The Truck Renting and Leasing Association (TRALA) is also less enthusiastic. The Washington, DC-area group, whose members include U-Haul, Enterprise, Ryder and Penske and other truck rental/lease companies, said it is disappointed FMCSA rejected its call for an exemption from the rule for rented trucks.

TRALA noted in a release that it had "expressed concern that different technology platforms used by so many different drivers and companies could be difficult to reconcile, with no clear indication by FMCSA as to whether the owner of the vehicle or the operator would be required to maintain that data."

While most of its members are exempt from the ELD mandate because rental trucks operate within a limited radius — and there are exemptions in that case — the rule could require rental fleets to have ELDs, "whether or not the rental company needs to utilize the technology," TRALA warns.

"There are still questions that remain regarding the technology needed and the availability of that technology to satisfy our concerns given the unique nature of renting," TRALA President and CEO Jake Jacoby said in a statement.

Companies that make ELD products — of which there are many — have been issuing releases noting things such as their ELDs will soon or possibly already meet the new rule's requirements. Tire maker Continental Corp. says it "has confirmed" its VDO Roadlog product will be compliant for smaller trucking operations out there: "operators with one truck to fleets of 100 trucks."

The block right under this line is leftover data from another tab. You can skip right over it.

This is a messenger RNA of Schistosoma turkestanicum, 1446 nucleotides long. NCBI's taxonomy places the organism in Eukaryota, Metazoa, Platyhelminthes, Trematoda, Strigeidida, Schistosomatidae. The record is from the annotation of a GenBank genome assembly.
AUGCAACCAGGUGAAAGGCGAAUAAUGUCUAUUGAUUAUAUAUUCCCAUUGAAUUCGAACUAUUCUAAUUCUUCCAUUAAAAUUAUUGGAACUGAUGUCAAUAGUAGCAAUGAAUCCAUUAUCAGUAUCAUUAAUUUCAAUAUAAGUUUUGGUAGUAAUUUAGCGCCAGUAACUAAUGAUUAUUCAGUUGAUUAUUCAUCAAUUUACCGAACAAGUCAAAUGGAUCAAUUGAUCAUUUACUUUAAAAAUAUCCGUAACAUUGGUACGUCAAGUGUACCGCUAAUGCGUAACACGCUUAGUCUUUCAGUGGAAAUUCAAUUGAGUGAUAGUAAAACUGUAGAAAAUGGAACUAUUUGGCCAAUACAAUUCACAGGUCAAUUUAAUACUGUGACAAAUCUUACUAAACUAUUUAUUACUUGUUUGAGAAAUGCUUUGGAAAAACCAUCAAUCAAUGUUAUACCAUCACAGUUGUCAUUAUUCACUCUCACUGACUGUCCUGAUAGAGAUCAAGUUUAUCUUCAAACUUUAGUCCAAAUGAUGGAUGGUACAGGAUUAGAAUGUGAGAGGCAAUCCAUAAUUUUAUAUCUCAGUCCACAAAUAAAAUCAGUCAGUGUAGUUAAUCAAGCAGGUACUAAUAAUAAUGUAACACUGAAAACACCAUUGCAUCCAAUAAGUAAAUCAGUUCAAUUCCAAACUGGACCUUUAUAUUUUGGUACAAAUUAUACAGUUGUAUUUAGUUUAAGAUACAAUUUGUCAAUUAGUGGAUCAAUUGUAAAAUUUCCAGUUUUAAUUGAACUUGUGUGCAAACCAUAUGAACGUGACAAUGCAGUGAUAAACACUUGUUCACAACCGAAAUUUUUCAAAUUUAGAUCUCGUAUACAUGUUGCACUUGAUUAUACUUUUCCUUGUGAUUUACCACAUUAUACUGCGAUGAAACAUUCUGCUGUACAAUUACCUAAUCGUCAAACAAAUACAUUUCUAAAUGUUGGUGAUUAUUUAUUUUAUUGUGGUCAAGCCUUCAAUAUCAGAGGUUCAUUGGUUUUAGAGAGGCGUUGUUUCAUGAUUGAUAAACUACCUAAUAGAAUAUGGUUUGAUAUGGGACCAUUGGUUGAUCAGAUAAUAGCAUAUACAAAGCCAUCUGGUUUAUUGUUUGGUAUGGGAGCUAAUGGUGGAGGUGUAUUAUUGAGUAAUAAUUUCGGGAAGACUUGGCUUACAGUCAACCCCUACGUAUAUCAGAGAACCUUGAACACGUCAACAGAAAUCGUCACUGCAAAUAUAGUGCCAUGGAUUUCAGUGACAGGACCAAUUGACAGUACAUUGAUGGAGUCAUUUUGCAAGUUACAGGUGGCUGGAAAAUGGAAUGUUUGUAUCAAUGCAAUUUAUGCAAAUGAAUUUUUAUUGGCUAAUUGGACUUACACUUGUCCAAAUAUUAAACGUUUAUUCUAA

"We're pleased to know that VDO Roadlog will be compliant with the FMCSA ELD rule," stated Alexis Capelle, manager of Continental's ELD program. A benefit the VDO Roadlog product claims is that it doesn't come with a monthly subscription fee attached.

Technology firm Omnitracs is calling the new rule "the most impactful change in the transportation industry in many years" and is offering a webinar to help fleets get up to speed. Others including Rand McNallyTelogisPeopleNet and indeed, sister publication Fleet Owner have ELD timeline/explanation and special news splash pages online now. 

About the Author

Aaron Marsh

Before computerization had fully taken hold and automotive work took someone who speaks engine, Aaron grew up in Upstate New York taking cars apart and fixing and rewiring them, keeping more than a few great jalopies (classics) on the road that probably didn't deserve to be. He spent a decade inside the Beltway covering Congress and the intricacies of the health care system before a stint in local New England news, picking up awards for both pen and camera.

He wrote about you-name-it, from transportation and law and the courts to events of all kinds and telecommunications, and landed in trucking when he joined FleetOwner in July 2015. Long an editorial leader, he was a keeper of knowledge at FleetOwner ready to dive in on the technical and the topical inside and all-around trucking—and still turned a wrench or two. Or three. 

Aaron previously wrote for FleetOwner.